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Oak Creek family turns backyard into hemp farm to treat son's illness

Posted at 10:46 PM, Jul 31, 2019
and last updated 2019-07-31 23:46:13-04

OAK CREEK — Most farmers in Wisconsin grow hemp to make big money, but that's not the case for a family in Oak Creek.

During the last few months, Dave and Dace Glaz have turned their backyard into a hemp farm with the hope that what they grow can one day help their son.

"These plants came from Colorado," said Dave Glaz.

The major undertaking for the first-year growers involves 2,000 high-grade hemp plants.

"We're always taking care of them. I thought we'd get a break, no, we're always out here," said Glaz.

The Glazes say the time and monetary commitment are well worth it knowing who their crop could help.

"They called them 'breakthrough' seizures," said Glaz.

Their son Andrew's epileptic seizures started when he was just a few years old and continued into his teens.

"It's so difficult because you just don't know from one day to the next what's going to happen," said Glaz.

While Andrew tried pharmaceutical drugs, the side effects were tough to bear.

"He just didn't seem to be very happy; he seemed to be more mopey," said Glaz.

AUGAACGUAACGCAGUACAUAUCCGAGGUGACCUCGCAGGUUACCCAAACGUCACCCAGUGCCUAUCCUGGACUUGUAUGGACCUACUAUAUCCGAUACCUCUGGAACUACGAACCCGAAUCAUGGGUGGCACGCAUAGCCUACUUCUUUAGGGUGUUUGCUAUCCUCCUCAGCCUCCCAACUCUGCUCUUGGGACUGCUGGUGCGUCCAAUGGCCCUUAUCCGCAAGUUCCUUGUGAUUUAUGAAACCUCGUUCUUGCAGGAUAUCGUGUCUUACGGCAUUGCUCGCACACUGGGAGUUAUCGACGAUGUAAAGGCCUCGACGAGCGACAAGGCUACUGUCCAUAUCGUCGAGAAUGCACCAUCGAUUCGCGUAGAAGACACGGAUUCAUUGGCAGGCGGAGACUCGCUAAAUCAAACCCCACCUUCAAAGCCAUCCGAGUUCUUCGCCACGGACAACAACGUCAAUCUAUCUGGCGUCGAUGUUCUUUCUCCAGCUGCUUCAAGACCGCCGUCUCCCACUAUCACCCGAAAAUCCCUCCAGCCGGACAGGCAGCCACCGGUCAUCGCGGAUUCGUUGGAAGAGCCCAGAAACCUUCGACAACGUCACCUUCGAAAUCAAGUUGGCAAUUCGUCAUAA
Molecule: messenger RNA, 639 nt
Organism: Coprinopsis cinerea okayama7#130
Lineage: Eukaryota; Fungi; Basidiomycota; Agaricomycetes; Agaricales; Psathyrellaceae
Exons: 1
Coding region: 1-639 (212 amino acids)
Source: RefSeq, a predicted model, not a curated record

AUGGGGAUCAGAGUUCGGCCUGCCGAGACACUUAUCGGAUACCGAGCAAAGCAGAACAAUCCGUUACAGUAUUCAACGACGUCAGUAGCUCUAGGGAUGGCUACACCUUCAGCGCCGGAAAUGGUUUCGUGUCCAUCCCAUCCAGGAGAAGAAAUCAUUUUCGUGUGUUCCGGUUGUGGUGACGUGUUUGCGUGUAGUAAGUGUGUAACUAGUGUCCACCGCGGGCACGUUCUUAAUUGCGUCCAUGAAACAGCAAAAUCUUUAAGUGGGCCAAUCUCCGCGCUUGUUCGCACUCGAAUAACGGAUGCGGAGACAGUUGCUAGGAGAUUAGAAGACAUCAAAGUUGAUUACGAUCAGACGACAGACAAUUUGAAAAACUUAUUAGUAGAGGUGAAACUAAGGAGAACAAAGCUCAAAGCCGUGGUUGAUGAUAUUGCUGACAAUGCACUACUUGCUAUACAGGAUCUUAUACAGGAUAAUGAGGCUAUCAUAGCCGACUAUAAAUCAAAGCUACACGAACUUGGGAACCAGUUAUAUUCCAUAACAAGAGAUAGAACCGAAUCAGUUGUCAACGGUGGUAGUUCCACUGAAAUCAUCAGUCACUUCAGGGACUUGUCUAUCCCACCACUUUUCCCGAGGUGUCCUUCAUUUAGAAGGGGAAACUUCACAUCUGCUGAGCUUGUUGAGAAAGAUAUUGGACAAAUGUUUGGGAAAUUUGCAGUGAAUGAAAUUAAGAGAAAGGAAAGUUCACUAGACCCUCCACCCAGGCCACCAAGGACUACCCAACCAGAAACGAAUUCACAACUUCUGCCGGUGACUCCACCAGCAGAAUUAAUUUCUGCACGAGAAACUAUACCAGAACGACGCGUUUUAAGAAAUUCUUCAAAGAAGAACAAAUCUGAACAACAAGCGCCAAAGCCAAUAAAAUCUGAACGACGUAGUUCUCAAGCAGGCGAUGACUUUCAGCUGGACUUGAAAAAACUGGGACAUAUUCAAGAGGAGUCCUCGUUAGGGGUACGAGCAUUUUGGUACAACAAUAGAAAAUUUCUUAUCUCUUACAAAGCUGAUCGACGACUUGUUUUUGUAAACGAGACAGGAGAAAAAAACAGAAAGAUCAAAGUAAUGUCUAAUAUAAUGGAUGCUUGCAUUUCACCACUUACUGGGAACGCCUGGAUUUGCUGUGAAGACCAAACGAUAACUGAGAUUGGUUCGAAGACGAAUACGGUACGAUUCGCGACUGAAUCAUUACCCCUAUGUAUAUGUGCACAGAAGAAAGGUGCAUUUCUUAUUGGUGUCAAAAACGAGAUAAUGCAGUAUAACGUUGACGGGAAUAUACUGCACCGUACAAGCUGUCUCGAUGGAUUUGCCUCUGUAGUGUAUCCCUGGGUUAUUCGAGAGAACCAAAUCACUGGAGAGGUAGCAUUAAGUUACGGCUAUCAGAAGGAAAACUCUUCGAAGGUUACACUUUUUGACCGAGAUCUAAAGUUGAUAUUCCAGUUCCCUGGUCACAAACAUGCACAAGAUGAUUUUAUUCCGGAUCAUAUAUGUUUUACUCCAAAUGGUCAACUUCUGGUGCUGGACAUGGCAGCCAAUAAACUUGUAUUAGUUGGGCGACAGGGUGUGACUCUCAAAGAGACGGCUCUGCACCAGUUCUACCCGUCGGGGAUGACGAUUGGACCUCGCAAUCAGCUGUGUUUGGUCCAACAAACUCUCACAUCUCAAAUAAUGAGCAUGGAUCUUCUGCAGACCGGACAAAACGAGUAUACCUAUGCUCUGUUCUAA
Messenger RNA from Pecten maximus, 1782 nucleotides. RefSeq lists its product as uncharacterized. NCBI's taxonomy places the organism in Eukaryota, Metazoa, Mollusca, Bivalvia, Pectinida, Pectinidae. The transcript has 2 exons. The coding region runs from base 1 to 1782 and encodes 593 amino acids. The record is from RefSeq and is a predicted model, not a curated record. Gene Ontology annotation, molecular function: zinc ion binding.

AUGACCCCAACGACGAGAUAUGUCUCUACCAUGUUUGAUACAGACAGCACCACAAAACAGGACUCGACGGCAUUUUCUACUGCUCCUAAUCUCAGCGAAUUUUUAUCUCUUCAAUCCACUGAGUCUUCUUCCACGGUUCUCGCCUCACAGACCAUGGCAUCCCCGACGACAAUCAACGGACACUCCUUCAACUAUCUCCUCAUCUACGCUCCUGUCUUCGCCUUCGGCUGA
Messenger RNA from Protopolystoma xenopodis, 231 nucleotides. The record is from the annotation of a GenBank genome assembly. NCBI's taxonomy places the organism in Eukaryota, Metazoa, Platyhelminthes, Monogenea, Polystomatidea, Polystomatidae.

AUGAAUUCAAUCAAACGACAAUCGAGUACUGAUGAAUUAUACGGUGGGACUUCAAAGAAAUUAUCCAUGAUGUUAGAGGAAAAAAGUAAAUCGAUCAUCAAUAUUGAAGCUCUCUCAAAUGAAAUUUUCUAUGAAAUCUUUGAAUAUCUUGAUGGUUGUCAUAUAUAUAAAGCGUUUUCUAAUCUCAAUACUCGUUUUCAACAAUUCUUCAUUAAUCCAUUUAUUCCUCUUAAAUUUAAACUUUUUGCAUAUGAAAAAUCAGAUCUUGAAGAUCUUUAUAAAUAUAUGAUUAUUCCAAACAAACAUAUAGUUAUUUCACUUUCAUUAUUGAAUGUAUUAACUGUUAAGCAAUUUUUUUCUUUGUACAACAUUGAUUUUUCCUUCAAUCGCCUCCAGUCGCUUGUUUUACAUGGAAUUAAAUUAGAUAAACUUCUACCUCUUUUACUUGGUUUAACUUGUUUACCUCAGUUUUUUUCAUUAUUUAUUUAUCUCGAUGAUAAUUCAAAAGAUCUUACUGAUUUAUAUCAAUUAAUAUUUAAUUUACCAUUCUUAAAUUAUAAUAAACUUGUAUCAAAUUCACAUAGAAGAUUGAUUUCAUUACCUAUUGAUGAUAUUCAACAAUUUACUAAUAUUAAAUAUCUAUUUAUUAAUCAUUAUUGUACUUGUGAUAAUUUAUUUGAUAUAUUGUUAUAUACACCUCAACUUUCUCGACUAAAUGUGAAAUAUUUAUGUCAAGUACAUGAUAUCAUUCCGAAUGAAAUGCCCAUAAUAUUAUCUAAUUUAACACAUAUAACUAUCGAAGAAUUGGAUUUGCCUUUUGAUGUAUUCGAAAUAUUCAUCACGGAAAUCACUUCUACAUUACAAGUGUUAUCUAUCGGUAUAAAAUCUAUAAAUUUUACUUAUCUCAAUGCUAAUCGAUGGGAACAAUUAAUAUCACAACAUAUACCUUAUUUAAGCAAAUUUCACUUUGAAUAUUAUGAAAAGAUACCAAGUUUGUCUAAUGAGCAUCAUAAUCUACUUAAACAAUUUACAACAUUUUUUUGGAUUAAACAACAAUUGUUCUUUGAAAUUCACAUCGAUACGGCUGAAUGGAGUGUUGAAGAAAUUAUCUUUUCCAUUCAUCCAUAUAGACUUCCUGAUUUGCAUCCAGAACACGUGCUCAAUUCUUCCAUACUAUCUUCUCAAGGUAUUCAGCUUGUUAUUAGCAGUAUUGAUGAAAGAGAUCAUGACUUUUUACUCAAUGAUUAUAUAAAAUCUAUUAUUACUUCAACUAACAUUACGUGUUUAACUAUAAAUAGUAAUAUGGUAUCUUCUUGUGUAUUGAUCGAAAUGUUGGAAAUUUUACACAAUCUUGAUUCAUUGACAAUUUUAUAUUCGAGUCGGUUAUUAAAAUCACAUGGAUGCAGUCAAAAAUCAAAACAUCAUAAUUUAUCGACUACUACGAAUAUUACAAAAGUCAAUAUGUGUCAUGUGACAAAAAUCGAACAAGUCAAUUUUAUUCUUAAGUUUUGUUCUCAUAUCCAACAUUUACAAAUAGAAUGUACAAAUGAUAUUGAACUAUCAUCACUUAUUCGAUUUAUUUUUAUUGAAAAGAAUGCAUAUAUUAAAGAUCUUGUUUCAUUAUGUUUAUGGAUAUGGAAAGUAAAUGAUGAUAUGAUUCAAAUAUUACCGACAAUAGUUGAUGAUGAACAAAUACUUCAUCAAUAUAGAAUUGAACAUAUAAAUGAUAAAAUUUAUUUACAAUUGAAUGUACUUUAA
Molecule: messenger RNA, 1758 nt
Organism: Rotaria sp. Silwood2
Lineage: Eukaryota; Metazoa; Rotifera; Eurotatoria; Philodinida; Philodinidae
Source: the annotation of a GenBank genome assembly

The Glazes heard about CBD success stories for other kids with epilepsy, and they decided to let Andrew give it a try.

"Eleven months later, no seizures, no funky brain activity," said Glaz. "It's kind of like I saw my little boy again. He started to smile."

While they were pleased CBD worked for their son, the Glazes didn't quite trust the products you can find on store shelves.

"Eleven months later, no seizures, no funky brain activity. It's kind of like I saw my little boy again. He started to smile." — Dave Glaz, who is growing hemp to aid son Andrew's epilepsy

"You go to a gas station, highly unlikely you're getting anything of any quality," Glaz said.

With a little research and mentorship, the Glazes applied for a state license and started their own hemp operation with strains proven to work best for children and young adults suffering from epileptic seizures. Andrew even helps tend the field.

"It's kind of weird to think about it, that the medicine that I'm taking is right in my backyard," Andrew said.

It allows him to do activities most of us take for granted.

"One of the main things that seizures were holding me back from was like driving and stuff, and that's something I really enjoy," he said.